According to data collected by data analytics company CloudPhysics, more than half of deployed VMware vCenter servers (57%) and ESXi hypervisor hosts (58%) affected by the flaw are still unpatched.
VMware has done a good job pushing out security updates for its products (including those above mentioned) that fixed the vulnerability in the two weeks following the discovery, so the problem here are the administrators of the virtual datacenters.
"I speculate that IT teams are more lax about patching ESXi since those machines are typically behind the firewall and not easy to reach from the outside world," noted Irfan Ahmad, co-founder and CTO at CloudPhysics.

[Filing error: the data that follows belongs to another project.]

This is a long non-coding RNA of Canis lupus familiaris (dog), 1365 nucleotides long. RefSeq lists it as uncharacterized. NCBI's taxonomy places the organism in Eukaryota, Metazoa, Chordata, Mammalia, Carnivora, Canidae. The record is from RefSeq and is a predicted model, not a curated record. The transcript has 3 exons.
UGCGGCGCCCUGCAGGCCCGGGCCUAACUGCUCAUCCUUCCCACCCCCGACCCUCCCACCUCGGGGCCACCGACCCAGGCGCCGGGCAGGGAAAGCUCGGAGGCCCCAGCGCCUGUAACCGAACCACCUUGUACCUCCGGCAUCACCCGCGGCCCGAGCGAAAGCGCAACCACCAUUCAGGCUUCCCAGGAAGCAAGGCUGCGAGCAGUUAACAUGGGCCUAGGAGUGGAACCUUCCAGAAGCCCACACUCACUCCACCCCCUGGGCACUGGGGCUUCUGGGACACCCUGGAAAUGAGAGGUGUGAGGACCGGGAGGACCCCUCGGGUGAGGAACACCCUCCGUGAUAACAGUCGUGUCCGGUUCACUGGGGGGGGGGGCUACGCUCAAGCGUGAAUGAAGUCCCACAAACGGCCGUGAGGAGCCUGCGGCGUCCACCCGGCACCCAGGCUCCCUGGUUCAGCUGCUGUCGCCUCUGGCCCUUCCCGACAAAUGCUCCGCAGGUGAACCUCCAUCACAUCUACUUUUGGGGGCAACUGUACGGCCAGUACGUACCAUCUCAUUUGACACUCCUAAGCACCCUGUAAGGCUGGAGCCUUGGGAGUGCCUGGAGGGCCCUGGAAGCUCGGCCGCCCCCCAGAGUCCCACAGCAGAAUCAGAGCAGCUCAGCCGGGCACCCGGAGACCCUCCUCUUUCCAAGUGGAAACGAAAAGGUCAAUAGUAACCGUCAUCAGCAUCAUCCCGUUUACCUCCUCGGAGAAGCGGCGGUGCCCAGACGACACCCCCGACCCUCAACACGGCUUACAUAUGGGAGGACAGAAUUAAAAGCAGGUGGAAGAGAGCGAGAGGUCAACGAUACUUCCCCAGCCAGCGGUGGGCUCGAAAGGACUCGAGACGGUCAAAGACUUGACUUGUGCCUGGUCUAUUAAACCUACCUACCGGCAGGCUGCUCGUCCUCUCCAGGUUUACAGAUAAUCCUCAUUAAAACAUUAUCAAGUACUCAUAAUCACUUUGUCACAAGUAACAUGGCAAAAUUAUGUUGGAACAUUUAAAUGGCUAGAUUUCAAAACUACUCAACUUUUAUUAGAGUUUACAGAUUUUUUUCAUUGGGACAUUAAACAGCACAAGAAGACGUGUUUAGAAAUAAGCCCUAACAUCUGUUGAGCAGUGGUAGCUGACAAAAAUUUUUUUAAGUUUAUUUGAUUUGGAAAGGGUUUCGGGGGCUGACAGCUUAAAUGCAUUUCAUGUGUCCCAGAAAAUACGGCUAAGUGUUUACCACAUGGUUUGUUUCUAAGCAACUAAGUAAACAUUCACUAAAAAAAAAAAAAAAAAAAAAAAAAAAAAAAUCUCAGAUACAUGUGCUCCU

"However, that laxity doesnít make the delay in patching a good idea. For one thing, insider attacks continue to be a major source of breaches. Another consideration is that if outside attackers do manage to infiltrate a low privilege service inside your firewall, you have just given them carte blanche to attack your most sensitive data."
All in all, their data says that a high 40 percent of the organizations in its global user base have at least one vCenter server or ESXi host that is still vulnerable.
"Many security experts have predicted that it could take months to years to finally get rid of Heartbleed. Sadly, at least for VMware infrastructure, this seems to be true," he says, as the rate of patching is continually slowing down.